Bromley is set to keep a dedicated emergency response team following the controversial police merger next year, it has been confirmed.

The Met Police says it will merge all of its policing boroughs into clusters in a bid to save £325m by 2021/22.

Bromley’s policing will be combined with Croydon and Sutton to create one of 12 basic command units.

The new system has come under fire by critics who claim it will overuse the already stretched resources of police – especially in a borough as big as Bromley.

Following concerns the mergers would compromise safety, the Mayor of London blamed the move on government cuts but said Londoners’ safety was being prioritised.

It has now been confirmed Bromley will continue to have a dedicated emergency response team following a consultation.

Emergency teams respond to 999 calls, and are different to normal neighbourhood policing patrol teams.

Councillor Kate Lymer, executive councillor for public protection and enforcement, said: “The sheer scale and size of our borough meant that a dedicated police response team for our borough was always the best option and this is what is now happening.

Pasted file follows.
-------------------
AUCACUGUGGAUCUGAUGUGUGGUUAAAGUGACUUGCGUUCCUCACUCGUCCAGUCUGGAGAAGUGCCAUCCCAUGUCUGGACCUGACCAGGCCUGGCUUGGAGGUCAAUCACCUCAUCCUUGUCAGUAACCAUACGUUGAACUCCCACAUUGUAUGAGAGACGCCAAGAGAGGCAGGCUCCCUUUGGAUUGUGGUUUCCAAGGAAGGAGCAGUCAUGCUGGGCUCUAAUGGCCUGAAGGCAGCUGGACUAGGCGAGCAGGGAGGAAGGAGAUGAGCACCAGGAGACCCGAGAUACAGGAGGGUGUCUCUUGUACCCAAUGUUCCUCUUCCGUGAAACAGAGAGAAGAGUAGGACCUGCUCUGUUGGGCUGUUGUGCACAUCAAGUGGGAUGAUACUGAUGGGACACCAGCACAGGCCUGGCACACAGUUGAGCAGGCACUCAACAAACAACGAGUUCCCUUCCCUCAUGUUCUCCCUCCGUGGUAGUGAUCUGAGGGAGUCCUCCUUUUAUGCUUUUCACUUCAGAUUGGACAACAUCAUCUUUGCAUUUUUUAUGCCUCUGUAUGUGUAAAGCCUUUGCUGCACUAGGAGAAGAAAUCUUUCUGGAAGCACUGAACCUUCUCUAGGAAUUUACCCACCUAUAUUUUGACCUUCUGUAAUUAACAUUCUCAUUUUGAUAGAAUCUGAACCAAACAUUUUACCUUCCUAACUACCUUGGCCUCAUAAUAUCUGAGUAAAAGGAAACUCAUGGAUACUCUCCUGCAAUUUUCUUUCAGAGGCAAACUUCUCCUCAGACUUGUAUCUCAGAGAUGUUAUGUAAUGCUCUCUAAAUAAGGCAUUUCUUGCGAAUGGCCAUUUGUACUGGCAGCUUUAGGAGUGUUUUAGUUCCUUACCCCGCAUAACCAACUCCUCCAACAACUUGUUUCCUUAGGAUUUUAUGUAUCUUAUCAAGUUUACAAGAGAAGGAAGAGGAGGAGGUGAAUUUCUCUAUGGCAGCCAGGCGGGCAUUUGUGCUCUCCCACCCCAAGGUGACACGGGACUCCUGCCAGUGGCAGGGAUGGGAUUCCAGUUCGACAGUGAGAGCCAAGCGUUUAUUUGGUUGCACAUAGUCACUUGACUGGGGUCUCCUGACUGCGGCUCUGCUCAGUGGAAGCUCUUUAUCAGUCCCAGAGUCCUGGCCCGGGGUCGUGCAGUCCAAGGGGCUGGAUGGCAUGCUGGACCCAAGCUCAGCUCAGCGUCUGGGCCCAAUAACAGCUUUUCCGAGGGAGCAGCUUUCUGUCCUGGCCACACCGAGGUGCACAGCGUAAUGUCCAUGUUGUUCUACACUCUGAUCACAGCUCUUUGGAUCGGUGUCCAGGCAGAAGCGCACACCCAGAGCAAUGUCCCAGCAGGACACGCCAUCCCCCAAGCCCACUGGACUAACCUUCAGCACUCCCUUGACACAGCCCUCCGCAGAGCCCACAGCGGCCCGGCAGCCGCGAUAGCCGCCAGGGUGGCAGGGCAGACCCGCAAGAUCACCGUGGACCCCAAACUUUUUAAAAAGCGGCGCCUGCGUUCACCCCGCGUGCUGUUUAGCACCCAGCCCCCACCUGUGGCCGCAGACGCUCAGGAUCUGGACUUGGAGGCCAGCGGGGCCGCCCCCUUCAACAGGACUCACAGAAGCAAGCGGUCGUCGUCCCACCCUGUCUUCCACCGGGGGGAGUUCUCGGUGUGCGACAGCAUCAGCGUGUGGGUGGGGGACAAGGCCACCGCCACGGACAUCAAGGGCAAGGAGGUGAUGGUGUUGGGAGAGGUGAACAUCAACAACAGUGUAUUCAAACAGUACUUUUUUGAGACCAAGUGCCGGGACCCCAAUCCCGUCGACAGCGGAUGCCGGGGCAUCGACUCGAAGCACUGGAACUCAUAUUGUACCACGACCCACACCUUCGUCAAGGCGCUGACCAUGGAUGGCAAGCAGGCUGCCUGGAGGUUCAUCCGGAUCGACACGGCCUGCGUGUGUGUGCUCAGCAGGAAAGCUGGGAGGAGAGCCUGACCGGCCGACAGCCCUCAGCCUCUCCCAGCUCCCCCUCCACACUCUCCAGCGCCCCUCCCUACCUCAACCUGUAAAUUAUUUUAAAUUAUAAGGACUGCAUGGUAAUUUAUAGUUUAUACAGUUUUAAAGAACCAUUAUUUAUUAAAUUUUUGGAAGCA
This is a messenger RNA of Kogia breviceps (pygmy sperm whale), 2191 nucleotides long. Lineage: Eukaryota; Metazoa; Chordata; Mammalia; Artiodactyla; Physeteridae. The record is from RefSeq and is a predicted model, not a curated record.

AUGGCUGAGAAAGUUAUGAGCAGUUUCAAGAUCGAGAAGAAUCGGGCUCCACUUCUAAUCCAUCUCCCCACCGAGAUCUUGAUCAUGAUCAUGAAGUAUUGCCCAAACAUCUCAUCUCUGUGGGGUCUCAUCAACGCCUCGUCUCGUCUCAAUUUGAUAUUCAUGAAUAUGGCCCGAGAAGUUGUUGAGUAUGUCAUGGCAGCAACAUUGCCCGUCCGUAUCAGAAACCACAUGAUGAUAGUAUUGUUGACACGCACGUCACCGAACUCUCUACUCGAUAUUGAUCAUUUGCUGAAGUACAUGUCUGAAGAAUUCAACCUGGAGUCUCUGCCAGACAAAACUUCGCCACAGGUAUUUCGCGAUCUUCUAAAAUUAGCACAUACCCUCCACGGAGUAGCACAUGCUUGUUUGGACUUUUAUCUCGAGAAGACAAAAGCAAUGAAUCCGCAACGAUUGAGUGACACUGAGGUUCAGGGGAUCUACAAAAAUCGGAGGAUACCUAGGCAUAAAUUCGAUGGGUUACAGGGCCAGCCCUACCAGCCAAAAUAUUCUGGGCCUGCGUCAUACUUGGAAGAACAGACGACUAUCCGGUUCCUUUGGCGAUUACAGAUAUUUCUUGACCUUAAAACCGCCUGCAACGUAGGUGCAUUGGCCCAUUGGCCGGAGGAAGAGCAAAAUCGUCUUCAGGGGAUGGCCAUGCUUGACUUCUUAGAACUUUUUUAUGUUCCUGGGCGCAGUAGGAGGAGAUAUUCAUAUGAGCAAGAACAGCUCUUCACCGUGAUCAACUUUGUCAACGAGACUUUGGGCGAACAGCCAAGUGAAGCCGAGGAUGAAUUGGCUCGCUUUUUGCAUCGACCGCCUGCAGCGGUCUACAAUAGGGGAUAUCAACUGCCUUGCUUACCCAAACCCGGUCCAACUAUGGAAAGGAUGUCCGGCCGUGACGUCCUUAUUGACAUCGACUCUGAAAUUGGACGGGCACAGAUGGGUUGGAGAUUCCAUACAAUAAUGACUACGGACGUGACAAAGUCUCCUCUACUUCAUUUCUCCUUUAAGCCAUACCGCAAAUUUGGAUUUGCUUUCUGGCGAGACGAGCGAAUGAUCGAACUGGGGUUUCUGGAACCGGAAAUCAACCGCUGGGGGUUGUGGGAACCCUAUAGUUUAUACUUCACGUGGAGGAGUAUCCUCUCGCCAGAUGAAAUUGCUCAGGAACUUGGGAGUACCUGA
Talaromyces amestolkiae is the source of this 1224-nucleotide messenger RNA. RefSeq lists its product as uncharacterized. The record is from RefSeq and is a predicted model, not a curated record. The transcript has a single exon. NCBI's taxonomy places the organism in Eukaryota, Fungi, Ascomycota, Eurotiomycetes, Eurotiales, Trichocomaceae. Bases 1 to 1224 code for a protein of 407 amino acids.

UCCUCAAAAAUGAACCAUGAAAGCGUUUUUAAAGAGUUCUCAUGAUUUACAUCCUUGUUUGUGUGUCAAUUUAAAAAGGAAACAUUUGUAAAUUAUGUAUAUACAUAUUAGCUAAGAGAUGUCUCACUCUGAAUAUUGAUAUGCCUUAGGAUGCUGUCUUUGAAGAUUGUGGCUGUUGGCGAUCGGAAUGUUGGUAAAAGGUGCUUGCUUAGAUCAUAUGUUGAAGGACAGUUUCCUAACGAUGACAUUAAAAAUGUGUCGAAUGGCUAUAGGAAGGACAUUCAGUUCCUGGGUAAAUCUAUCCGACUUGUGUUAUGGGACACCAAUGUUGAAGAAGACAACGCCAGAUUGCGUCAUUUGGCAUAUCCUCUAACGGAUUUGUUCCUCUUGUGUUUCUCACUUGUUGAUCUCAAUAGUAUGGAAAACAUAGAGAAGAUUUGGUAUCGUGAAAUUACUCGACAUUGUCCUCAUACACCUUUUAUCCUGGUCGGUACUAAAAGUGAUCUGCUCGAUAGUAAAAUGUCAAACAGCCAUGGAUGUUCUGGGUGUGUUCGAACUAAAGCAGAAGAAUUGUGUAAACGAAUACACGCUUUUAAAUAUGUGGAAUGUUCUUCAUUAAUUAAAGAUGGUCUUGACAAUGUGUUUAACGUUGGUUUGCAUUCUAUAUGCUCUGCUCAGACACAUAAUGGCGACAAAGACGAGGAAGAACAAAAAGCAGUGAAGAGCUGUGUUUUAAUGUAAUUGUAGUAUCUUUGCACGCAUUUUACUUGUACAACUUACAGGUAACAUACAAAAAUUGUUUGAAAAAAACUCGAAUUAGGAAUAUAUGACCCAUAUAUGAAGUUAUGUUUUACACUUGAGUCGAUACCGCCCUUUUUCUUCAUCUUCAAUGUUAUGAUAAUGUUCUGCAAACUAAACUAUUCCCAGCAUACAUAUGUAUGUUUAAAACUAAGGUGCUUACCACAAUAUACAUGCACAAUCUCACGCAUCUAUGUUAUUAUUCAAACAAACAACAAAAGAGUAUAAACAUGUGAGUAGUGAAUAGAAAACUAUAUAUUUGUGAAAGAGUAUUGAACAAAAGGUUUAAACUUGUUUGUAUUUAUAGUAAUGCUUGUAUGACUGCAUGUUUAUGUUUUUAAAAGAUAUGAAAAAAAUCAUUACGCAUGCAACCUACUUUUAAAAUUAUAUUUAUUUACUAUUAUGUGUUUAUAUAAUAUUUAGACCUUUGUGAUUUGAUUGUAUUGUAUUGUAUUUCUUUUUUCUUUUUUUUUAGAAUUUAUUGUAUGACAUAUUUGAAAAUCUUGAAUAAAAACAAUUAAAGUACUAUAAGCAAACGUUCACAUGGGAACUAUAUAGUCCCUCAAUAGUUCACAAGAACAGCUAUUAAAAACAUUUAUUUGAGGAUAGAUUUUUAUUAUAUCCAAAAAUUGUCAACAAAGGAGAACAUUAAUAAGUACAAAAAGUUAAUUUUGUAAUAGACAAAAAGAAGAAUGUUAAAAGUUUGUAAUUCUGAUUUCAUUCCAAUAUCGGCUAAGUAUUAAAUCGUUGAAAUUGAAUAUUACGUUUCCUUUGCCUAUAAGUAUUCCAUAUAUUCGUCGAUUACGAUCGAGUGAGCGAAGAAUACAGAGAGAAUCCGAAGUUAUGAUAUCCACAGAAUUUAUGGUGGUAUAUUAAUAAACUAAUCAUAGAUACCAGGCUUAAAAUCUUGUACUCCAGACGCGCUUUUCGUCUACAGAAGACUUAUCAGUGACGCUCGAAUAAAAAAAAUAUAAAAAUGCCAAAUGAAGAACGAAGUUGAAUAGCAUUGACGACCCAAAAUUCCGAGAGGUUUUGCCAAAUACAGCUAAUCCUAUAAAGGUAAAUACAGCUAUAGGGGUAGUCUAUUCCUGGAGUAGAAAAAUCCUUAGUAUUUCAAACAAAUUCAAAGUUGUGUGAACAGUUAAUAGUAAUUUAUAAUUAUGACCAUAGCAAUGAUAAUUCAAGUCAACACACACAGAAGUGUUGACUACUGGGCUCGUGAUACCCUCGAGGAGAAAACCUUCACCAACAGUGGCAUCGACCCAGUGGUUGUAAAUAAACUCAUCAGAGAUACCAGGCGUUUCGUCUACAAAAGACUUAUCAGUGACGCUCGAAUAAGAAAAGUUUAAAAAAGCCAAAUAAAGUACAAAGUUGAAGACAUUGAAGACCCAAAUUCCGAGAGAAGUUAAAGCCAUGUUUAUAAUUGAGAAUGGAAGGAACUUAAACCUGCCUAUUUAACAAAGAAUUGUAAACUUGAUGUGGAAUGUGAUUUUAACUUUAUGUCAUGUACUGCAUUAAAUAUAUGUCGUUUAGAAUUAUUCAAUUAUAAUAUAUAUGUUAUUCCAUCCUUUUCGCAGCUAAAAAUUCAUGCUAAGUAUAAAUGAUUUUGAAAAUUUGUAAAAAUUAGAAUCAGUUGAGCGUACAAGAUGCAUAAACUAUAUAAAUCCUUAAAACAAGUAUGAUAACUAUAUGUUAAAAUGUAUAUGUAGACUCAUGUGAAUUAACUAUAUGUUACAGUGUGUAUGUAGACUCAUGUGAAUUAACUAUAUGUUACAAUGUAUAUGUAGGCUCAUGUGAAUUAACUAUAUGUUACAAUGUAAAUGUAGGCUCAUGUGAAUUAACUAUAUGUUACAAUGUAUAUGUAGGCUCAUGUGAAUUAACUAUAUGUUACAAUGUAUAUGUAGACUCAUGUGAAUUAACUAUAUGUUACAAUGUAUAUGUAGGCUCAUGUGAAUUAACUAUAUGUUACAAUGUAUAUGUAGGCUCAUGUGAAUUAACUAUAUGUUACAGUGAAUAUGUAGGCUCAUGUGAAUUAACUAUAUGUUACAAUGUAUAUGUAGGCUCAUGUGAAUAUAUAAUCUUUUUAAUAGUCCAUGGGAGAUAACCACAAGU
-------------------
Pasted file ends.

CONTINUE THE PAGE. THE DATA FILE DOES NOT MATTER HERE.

“Bromley remains a safe borough compared to many other London boroughs and we are committed to working with the police and the wider Safer Bromley partnership, including residents, to make sure that Bromley continues to be a low-crime borough.”

In June it was revealed the merger of the south London boroughs would go live in February next year.

Chief Superintendent Jeff Boothe, the south area BCU commander, said: “There is still much work to be done before the BCU structure goes live early next year but many of the elements are already in place.

“In addition to the dedicated emergency response team for the borough as a whole, each ward will also continue to have dedicated ward officers, who will tackle local priorities, all of which gives me optimism for the future.”

Chislehurst MP Bob Neill and Carshalton and Wallington MP Tom Brake both issued objections to the merging of the police commands – and the Bromley Lib Dems launched a petition against the decision.

Despite the police numbers dropping to just 30,000 officers, Paul Warnett, the Met’s safeguarding lead for BCU south, told a council Safer Bromley Partnership meeting in June that residents would not notice a difference.